Florence Maggie Simons, wife of Harry Belmore Simons of Sydney, engraver purchased the land, Lot 81A, DP 6272 (transfer dated 26 January 1917, vol 2232 fol 6) from George Harrison Darvall and William Herbert Bean. A new certificate of title was issued: vol 2749 fol 37.

The transfer contained the following two covenants:

‘A. That she will not erect or work or carry on or permit or suffer to be erected or worked or carried on upon the land above described any dairy, brickyard, poultry farm or quarry and shall not erect or permit to be erected on the said land any main building that shall cost less than or be of a less value than two hundred and fifty pounds and any such building must be roofed of other material than iron;

‘B. That she shall not erect or suffer or permit to be erected more than one building on the said land and shall not use or suffer or permit to be used any such building or part thereof for the purpose of a shop or business premises.’

Harry and Florence (nee Pantlin) had married at Rockdale in 1911.

While she purchased the Miriam Street/Road land in 1917 they were not new to the West Ryde area. From evidence in the Sands’ Directory of 1912 they occupied a house ‘Florida’ on the east side of Maxim Street, West Ryde until the 1917 Sands. (effectively from 1911 until 1916 as the Sands’ Directory was published at the beginning of the year). Harry had bought this block (lot 16, sec 3, DP 3646), the transfer dated 30 November, 1909 (vol 905 fol 111) and a new certificate of title was issued vol 2034 fol 189. He sold this property on 28 September, 1916.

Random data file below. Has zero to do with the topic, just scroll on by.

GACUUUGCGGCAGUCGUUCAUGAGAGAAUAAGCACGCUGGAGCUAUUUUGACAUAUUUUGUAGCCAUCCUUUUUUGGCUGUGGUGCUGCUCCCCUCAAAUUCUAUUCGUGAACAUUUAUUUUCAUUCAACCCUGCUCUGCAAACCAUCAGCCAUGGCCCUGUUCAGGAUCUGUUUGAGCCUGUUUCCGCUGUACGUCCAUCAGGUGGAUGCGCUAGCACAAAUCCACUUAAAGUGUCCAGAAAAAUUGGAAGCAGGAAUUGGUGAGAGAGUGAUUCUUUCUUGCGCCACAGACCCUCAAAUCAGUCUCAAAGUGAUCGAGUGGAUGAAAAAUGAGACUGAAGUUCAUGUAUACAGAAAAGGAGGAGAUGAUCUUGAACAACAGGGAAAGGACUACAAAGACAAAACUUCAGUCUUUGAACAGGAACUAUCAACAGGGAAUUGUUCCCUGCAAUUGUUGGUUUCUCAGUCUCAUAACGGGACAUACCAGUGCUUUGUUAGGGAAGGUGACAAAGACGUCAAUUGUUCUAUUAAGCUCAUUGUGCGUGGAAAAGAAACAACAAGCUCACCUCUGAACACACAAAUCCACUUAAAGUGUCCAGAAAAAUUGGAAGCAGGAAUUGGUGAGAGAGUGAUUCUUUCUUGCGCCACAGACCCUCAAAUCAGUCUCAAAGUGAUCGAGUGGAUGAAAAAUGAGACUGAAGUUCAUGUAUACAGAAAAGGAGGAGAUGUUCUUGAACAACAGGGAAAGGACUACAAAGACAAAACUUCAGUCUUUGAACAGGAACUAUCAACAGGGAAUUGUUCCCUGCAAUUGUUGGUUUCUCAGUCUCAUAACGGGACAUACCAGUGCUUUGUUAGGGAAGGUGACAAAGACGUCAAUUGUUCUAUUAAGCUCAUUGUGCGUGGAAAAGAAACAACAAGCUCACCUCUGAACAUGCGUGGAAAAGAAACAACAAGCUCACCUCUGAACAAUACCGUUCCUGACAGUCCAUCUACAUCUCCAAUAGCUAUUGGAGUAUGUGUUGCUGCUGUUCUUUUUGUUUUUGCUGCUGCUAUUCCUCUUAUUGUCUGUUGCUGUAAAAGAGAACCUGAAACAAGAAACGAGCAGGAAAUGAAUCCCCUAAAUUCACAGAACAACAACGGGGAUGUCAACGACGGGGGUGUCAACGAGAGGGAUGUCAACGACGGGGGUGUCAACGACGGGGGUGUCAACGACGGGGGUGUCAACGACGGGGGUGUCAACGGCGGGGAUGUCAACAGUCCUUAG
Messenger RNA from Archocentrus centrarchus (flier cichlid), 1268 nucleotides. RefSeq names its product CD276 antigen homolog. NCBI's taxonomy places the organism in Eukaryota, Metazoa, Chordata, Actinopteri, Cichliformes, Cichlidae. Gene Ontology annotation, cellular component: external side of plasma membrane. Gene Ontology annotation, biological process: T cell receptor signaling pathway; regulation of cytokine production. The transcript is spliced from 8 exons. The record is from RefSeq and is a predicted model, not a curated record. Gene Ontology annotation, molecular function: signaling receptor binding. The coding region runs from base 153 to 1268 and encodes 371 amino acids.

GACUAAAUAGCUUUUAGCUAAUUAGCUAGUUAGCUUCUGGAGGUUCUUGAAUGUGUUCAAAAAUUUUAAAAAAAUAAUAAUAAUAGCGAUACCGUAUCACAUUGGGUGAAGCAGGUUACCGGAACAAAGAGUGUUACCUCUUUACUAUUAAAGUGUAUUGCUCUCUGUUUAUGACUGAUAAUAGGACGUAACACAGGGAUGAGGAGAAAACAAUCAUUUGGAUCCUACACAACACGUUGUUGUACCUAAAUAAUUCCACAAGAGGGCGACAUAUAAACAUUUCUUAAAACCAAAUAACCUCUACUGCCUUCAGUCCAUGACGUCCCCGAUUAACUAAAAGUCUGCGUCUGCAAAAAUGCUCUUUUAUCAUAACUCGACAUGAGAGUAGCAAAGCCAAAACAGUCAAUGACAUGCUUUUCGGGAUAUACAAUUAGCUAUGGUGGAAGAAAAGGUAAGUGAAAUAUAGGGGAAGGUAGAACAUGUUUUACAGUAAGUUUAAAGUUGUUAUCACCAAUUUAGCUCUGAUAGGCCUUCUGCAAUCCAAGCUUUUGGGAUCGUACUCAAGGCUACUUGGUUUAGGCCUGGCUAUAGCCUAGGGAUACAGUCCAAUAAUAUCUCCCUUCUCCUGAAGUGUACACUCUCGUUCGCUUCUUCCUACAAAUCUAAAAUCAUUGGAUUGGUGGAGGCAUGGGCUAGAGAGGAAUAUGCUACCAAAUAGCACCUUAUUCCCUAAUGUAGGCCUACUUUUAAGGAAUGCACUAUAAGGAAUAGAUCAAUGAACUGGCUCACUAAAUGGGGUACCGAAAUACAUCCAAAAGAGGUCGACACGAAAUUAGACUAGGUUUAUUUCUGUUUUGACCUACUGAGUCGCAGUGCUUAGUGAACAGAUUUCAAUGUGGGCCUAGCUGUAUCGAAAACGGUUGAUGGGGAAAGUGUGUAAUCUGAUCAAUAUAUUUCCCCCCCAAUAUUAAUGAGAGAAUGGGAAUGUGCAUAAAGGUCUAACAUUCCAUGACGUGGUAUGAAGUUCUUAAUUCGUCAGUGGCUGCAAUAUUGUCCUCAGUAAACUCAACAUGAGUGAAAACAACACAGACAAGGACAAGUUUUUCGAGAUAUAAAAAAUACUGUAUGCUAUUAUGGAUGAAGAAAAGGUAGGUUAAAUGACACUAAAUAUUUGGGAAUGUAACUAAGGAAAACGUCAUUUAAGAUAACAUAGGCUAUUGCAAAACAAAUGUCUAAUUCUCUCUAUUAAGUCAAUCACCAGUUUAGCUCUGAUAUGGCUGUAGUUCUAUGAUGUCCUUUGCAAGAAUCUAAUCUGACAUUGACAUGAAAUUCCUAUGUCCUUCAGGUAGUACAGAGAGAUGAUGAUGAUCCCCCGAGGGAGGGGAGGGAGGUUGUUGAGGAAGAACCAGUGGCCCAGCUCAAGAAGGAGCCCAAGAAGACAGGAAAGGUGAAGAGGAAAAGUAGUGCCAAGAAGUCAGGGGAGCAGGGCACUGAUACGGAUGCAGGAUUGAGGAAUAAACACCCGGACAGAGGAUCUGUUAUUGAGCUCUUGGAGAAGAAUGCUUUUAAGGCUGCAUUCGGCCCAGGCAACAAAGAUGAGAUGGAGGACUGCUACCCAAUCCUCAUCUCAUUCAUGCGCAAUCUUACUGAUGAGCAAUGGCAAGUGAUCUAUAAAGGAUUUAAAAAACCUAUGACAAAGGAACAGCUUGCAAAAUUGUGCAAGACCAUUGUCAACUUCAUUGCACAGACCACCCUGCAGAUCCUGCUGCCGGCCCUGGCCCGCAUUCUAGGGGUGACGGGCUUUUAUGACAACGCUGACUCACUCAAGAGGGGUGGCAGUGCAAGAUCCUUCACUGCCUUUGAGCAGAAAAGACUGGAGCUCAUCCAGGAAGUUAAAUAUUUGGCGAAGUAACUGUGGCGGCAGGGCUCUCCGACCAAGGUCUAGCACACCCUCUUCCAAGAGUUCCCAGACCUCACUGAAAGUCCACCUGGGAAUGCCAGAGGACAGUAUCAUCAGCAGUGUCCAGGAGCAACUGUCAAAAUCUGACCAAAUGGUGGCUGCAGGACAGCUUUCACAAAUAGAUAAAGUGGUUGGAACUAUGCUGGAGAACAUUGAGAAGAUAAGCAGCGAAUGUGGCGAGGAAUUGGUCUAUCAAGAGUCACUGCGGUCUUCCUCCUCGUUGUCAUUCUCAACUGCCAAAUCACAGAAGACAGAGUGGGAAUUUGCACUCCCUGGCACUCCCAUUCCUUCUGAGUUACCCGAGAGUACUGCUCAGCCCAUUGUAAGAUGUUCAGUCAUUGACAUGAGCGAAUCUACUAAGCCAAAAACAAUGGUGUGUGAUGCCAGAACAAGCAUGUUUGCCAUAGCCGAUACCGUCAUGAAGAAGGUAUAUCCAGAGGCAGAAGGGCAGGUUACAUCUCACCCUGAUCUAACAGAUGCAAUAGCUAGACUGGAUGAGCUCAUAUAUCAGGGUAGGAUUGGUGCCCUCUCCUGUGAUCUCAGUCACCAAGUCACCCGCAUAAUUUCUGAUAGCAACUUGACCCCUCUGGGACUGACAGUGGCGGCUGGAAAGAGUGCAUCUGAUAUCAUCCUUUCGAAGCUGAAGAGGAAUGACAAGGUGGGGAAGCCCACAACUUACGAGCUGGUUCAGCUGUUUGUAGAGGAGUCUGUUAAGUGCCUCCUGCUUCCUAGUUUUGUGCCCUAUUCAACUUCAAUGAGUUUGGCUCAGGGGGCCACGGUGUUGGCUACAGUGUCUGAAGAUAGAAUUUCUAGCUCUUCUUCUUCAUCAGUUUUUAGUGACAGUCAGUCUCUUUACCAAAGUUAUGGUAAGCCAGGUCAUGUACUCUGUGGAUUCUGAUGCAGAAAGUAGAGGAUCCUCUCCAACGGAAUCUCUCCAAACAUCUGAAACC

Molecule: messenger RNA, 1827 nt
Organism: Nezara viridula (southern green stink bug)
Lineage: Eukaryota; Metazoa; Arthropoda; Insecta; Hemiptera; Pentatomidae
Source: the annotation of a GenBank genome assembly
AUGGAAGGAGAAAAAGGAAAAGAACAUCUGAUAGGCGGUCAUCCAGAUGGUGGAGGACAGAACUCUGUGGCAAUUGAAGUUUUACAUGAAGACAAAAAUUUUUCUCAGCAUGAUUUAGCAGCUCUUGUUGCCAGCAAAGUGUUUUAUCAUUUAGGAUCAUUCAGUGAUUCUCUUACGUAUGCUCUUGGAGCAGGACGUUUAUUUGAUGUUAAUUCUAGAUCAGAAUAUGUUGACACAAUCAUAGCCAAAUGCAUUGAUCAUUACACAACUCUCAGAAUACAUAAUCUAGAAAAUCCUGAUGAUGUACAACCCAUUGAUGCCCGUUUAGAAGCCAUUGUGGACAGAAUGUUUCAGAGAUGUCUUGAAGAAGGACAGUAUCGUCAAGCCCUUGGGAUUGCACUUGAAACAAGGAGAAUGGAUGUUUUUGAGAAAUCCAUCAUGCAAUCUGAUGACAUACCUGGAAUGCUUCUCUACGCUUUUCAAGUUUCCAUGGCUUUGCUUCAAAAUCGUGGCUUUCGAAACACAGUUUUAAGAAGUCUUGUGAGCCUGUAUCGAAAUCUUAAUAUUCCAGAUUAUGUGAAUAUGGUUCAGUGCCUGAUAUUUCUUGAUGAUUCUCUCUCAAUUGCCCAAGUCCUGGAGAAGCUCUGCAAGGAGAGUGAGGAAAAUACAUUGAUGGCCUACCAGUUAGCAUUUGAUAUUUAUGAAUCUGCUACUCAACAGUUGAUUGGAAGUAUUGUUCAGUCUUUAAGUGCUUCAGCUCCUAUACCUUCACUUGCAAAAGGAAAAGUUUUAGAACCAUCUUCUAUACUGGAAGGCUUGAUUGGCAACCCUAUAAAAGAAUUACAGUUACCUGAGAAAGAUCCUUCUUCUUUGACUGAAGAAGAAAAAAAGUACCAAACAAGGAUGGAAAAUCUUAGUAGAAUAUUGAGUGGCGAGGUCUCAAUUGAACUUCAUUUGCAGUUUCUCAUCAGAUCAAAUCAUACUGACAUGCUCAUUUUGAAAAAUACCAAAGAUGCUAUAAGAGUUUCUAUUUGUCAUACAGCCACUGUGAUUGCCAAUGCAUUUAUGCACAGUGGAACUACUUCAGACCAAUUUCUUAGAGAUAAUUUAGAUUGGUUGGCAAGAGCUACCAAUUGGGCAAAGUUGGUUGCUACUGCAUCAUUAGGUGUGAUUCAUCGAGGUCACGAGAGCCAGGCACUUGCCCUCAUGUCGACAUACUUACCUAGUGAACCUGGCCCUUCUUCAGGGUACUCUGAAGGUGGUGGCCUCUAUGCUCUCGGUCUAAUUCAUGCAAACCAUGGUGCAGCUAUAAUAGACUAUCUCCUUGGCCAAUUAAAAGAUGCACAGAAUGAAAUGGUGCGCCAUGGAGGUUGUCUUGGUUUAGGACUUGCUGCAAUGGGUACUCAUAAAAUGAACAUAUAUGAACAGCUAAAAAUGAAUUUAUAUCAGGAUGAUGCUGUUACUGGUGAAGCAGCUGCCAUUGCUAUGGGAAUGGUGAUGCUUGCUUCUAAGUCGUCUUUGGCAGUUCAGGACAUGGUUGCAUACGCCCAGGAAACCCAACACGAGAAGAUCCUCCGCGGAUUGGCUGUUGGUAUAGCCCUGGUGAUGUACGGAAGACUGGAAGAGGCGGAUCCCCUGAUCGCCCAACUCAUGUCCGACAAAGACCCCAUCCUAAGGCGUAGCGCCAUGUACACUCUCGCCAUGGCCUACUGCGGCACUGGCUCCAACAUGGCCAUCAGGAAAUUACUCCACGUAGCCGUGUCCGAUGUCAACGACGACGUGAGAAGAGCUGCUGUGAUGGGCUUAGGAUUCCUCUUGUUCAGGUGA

There is no listing for the Simons family in Miriam Road/Street until the Sands Directory of 1918 which, as the directory was published at the beginning of the year, reflects the situation from the previous year. Thus we can estimate the year of construction of the home as 1917. The Sands’ Directory records him as Symonds not Simons.

It is in the Sands’ Directory of 1919 that Miriam Street is first called Miriam Road.

By the 1924 Sands’ Directory the name of the house is given as ‘Lorraine’. The Land Valuation of 1924 shows Harry Belmore Simons, as the owner of the property (though no transfer between Harry and Florence is indicated in the Land Title records). He is described as an engineer, the house is called ‘Lorraine’ and it is described as a brick cottage, five rooms with a slate roof. Throughout the records he is variously described as an engineer, an engraver or a jeweller.

On 17 February, 1929 their 10 year old daughter, Joyce Phyllis died at Ocean Beach, Woy Woy. [SMH 18 February, 1929]. Another child, James F ‘Jim’ (birth registered 1913) died at the Coast Hospital two days later, aged 16 years. Both children were buried in the Field of Mars Cemetery. A significant understatement of this event is reflected in their ‘thanks to relatives and friends for sympathy in recent bereavement’ [SMH 23 Feb, 1929]

Harry Simons died on 30 January, 1940 at the Ryde Memorial Hospital aged 54 years. However many children Harry and Florence had had, by this time there was only one alive who was named in the death notice: Don.

In 1941 ownership shifted from the Simons’ family to Thomas Edward Jones of Baulkham Hills, teacher and his wife Millie Jones as joint tenants (transfer 10 January 1941, vol 2749 fol 37). A Millie Field had married Thomas E Jones at Lithgow in 1911 which may well be this couple.

With Thomas’ death in 1961 aged 74, Millie became the sole owner in July 1962 until her death on 11 January, 1979, aged 89. In that year John Ernest McCombe of Meadowbank, butcher and Lesley Robyn McCombe became the owners of the property, as joint tenants. (vol 2749 fol 37).